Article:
James Larkin

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James Larkin
James Larkin.jpg
Teachta Dála
In office
June 1943 – May 1944
In office
July 1937 – June 1938
Constituency Dublin North–East
In office
September 1927 – September 1927
Constituency Dublin North
Personal details
Born (1876-01-21)21 January 1876
Liverpool, England
Died 30 January 1947(1947-01-30) (aged 72)
Dublin, Ireland
Resting place Glasnevin Cemetery, Dublin
Nationality Irish
Political party Independent Labour Party (from 1893)
Labour Party (1912–23; 1941–47)
Socialist Party of America (1914–19)
Irish Worker League (1923–27)
Spouse(s) Elizabeth Brown
Children James Larkin, Jnr
Denis Larkin
Occupation Docker, trade union leader
Religion Roman Catholicism[1][2]

James (Big Jim) Larkin (21 January 1876 – 30 January 1947) was an Irish trade union leader and socialist activist, born to Irish parents in Liverpool, England. He and his family later moved to a small cottage in Burren, southern County Down. Growing up in poverty, he received little formal education and began working in a variety of jobs while still a child. He became a full-time trade union organiser in 1905.

Larkin moved to Belfast in 1907 and founded the Irish Transport and General Workers' Union, the Irish Labour Party, and later the Workers' Union of Ireland. Perhaps best known for his role in the 1913 Dublin Lockout, "Big Jim" continues to occupy a significant place in Dublin's collective memory.

Biography[edit]

Early years[edit]

Larkin was born on 21 January 1876 the second eldest son of Irish immigrants, James Larkin and Mary Ann McNulty, both natives of County Armagh. The impoverished Larkin family lived in the slums of Liverpool during the early years of his life. From the age of seven, he attended school in the mornings and worked in the afternoons to supplement the family income—a common arrangement in working-class families at the time. At the age of fourteen, after the death of his father, he was apprenticed to the firm his father had worked for but was dismissed after two years. He was unemployed for a time and then worked as a sailor and docker. By 1903, he was a dock foreman, and on 8 September of that year, he married Elizabeth Brown.

From 1893, Larkin developed an interest in socialism and became a member of the Independent Labour Party. In 1905, he was one of the few foremen to take part in a strike on the Liverpool docks. He was elected to the strike committee, and although he lost his foreman's job as a result, his performance so impressed the National Union of Dock Labourers (NUDL) that he was appointed a temporary organiser. He later gained a permanent position with the union, which, in 1906, sent him to Scotland, where he successfully organised workers in Preston and Glasgow.

Organising the Irish labour movement (1907–1914)[edit]

In January 1907, Larkin undertook his first task on behalf of the trade union movement in Ireland, when he arrived in Belfast to organise the city's dock workers for the NUDL. He succeeded in unionising the workforce and, as employers refused to meet the wage demands, he called the dockers out on strike in June. Carters and coal men soon joined in, the latter settling their dispute after a month. Larkin succeeded in uniting Protestant and Catholic workers and even persuaded the local Royal Irish Constabulary to strike at one point, but the strike ended by November without having achieved significant success. Tensions regarding leadership arose between Larkin and NUDL general secretary James Sexton. The latter's handling of negotiations and agreement to a disastrous settlement for the last of the strikers resulted in a lasting rift between Sexton and Larkin.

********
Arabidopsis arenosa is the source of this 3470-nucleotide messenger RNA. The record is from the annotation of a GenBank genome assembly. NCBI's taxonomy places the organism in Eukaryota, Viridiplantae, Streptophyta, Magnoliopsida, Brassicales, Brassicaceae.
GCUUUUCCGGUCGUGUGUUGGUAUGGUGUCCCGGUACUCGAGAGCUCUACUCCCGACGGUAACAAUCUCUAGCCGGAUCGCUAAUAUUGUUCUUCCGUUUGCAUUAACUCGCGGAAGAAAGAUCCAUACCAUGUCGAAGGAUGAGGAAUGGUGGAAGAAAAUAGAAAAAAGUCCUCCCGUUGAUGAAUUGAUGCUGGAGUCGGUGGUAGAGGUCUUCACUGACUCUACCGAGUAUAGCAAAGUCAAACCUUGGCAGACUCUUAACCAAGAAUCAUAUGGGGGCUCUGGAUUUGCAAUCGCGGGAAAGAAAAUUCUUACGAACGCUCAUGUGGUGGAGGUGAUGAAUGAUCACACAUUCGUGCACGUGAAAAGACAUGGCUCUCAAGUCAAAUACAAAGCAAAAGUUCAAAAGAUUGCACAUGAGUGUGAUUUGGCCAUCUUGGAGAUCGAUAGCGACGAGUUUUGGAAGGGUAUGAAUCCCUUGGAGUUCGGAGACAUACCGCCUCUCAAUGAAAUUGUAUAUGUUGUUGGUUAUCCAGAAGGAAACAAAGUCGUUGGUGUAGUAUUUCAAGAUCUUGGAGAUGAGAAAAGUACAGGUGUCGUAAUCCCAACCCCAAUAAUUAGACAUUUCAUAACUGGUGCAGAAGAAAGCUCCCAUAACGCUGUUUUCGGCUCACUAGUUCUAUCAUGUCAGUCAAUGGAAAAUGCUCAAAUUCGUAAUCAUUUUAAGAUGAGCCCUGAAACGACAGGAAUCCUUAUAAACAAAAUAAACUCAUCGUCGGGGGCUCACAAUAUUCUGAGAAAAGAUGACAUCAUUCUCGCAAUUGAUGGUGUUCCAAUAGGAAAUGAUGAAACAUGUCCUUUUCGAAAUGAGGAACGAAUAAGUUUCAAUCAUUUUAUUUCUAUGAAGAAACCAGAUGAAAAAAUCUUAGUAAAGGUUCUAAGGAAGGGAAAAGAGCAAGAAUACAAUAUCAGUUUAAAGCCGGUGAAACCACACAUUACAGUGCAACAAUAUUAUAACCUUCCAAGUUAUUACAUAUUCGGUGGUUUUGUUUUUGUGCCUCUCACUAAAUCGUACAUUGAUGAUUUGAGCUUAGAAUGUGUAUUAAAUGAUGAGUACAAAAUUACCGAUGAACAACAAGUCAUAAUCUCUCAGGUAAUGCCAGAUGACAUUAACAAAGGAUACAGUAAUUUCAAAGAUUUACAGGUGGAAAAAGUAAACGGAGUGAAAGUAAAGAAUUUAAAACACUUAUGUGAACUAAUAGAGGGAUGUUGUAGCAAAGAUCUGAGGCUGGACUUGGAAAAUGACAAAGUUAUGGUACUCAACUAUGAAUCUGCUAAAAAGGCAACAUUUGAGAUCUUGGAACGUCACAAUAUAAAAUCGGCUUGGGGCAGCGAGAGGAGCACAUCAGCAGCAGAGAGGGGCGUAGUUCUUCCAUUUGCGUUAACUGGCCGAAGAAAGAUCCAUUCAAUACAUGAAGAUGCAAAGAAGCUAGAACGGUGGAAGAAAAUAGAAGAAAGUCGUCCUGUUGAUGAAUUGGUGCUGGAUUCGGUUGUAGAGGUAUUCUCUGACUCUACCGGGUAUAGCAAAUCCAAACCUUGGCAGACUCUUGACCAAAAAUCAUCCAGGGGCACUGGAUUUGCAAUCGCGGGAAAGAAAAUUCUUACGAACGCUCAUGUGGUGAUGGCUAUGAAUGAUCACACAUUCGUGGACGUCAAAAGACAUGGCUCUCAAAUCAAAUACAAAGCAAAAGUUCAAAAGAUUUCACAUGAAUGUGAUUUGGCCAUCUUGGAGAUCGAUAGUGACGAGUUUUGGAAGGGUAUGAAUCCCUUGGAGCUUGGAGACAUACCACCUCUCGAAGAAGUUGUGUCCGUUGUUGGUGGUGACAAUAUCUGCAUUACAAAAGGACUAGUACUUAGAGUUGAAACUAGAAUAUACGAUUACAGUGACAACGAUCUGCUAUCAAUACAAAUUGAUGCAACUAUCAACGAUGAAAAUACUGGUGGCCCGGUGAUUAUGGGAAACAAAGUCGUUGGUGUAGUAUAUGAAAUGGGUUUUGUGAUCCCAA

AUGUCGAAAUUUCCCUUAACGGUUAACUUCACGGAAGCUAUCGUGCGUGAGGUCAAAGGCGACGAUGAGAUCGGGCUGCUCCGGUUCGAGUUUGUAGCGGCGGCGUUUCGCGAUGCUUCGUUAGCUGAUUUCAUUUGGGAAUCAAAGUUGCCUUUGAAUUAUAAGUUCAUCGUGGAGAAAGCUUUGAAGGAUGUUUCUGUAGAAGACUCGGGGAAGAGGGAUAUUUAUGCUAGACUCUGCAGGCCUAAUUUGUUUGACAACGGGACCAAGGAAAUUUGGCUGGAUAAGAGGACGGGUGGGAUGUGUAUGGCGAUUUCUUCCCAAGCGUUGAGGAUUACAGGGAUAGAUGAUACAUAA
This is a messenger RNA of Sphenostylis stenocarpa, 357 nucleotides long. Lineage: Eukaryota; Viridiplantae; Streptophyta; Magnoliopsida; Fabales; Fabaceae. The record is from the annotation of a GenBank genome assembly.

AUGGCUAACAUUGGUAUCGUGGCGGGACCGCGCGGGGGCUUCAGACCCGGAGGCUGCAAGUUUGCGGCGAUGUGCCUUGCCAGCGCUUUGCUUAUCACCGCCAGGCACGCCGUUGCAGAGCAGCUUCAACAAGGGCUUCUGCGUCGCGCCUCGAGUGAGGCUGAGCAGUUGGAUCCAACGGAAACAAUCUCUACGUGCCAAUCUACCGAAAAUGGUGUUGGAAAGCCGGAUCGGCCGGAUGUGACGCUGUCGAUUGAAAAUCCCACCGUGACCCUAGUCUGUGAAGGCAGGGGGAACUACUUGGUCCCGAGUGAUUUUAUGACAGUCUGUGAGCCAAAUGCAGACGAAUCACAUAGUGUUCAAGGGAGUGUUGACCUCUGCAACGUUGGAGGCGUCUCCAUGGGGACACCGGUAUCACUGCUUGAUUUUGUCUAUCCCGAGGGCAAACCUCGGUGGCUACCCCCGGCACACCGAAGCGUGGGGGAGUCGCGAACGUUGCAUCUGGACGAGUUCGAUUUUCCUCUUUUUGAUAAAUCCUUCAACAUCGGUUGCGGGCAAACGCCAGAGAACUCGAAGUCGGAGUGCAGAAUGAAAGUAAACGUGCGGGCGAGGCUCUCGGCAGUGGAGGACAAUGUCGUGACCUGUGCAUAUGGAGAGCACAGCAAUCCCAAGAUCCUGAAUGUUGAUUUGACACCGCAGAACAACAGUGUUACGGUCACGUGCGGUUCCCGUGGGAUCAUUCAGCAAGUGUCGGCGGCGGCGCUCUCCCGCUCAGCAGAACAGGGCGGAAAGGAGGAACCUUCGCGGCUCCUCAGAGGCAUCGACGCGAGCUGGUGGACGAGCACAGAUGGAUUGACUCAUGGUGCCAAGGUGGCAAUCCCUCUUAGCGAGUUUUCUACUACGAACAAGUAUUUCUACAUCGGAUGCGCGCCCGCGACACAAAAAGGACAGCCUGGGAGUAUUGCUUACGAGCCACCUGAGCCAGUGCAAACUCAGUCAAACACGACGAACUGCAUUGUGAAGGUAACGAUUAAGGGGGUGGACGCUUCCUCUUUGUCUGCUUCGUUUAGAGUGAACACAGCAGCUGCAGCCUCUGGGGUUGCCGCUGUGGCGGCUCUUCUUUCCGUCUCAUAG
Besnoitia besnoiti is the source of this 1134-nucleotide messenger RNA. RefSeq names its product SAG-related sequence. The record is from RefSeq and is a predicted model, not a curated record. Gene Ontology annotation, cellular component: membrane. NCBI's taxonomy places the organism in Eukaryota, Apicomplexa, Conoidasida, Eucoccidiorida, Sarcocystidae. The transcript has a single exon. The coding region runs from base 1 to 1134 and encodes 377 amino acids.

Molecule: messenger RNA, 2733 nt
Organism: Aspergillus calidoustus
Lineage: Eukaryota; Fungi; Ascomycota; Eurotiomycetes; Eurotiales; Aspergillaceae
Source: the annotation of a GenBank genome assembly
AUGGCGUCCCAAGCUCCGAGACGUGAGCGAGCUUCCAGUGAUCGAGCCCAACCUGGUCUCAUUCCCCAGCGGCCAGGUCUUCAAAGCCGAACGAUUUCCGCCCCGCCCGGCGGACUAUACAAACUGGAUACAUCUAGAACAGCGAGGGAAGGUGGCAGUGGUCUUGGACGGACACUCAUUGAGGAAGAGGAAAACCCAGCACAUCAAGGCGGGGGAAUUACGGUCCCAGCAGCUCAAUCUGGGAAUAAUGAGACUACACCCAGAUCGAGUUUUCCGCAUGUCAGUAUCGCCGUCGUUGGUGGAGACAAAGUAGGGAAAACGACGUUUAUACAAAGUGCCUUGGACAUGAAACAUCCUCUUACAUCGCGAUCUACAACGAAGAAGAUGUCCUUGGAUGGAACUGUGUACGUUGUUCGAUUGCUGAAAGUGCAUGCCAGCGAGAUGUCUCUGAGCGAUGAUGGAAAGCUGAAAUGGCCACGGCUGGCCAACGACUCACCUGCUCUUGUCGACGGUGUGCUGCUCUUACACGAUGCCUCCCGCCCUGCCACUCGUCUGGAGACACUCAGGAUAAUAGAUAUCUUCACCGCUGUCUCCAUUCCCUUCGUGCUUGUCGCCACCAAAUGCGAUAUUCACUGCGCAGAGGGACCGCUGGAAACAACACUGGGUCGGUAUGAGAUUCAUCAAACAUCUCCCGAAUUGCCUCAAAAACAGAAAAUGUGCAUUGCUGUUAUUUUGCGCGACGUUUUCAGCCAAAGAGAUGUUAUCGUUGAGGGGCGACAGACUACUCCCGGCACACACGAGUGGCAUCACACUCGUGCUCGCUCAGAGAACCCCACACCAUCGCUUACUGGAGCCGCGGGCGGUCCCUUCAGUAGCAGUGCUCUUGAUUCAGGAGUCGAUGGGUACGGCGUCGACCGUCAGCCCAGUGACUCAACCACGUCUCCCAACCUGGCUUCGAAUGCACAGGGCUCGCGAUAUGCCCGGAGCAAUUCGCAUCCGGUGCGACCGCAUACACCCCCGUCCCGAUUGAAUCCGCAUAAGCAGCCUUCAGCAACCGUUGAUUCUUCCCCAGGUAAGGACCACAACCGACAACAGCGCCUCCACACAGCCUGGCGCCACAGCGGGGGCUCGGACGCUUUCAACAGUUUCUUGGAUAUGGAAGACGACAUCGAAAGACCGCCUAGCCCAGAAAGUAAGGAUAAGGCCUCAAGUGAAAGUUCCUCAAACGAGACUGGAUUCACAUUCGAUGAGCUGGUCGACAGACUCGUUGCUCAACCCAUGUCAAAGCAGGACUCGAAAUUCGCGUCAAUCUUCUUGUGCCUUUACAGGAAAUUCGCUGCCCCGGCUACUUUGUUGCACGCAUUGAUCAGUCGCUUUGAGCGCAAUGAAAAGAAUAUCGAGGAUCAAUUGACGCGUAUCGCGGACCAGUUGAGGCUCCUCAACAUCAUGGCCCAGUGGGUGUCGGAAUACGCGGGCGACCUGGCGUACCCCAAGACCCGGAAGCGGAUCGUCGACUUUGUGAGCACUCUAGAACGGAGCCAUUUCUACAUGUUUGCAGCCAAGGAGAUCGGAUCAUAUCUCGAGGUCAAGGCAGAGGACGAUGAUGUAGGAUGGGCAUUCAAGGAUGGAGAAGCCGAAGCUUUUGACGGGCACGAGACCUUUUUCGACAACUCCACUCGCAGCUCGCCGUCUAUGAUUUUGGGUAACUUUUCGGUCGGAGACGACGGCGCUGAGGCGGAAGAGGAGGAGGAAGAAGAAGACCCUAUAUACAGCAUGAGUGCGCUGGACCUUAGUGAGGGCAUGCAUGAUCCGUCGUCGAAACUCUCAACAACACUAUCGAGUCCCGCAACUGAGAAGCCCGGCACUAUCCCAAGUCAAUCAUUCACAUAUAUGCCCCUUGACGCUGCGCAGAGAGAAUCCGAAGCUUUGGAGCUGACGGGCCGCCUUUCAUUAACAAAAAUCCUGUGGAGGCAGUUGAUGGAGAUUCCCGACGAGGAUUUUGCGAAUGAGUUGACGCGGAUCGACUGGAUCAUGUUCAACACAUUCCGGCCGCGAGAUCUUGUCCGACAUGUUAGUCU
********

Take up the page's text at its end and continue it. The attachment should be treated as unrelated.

In 1908, Larkin moved south and organised workers in Dublin, Cork and Waterford, with considerable success. His involvement, against union instructions, in a dispute in Dublin resulted in his expulsion from the NUDL. The union later prosecuted him for diverting union funds to give strike pay to Cork workers engaged in an unofficial dispute. After trial and conviction for embezzlement in 1910, he was sentenced to prison for a year.[3] This was widely regarded as unjust, and the then Lord-Lieutenant, Lord Aberdeen, pardoned him after he had served three months in prison.

After his expulsion from the NUDL, Larkin founded the Irish Transport and General Workers' Union (ITGWU) at the end of December 1908. The organisation exists today as the Services Industrial Professional & Technical Union (SIPTU). It quickly gained the affiliation of the NUDL branches in Dublin, Cork, Dundalk and Waterford. The Derry and Drogheda NUDL branches stayed with the British union, and Belfast split along sectarian lines. Early in the new year, 1909, Larkin moved to Dublin, which became the main base of the ITGWU and the focus of all his future union activity in Ireland.

In June 1911, Larkin established a newspaper, The Irish Worker and People's Advocate, as a pro-labour alternative to the capitalist-owned press. This organ was characterised by a campaigning approach and the harsh denunciation of unfair employers and of Larkin's political enemies. Its columns also included pieces by intellectuals. The paper was produced until its suppression by the authorities in 1915. Afterwards, the Worker metamorphosed into the new Ireland Echo.

In partnership with James Connolly, Larkin helped form the Irish Labour Party in 1912. Later that year, he was elected to the Dublin Corporation. He did not hold his seat long, as a month later he was removed as he had a criminal record since his conviction in 1910.

Dublin Lockout 1913[edit]

Main article: Dublin Lockout

In early 1913, Larkin achieved some notable successes in industrial disputes in Dublin; these involved frequent recourse to sympathetic strikes and blacking (boycotting) of goods. Two major employers, Guinness and the Dublin United Tramway Company, were the main targets of Larkin's organising ambitions. Both had craft unions for skilled workers, but Larkin's main aim was to unionise the unskilled workers as well. He coined the slogan "A fair day's work for a fair day's pay'.[4]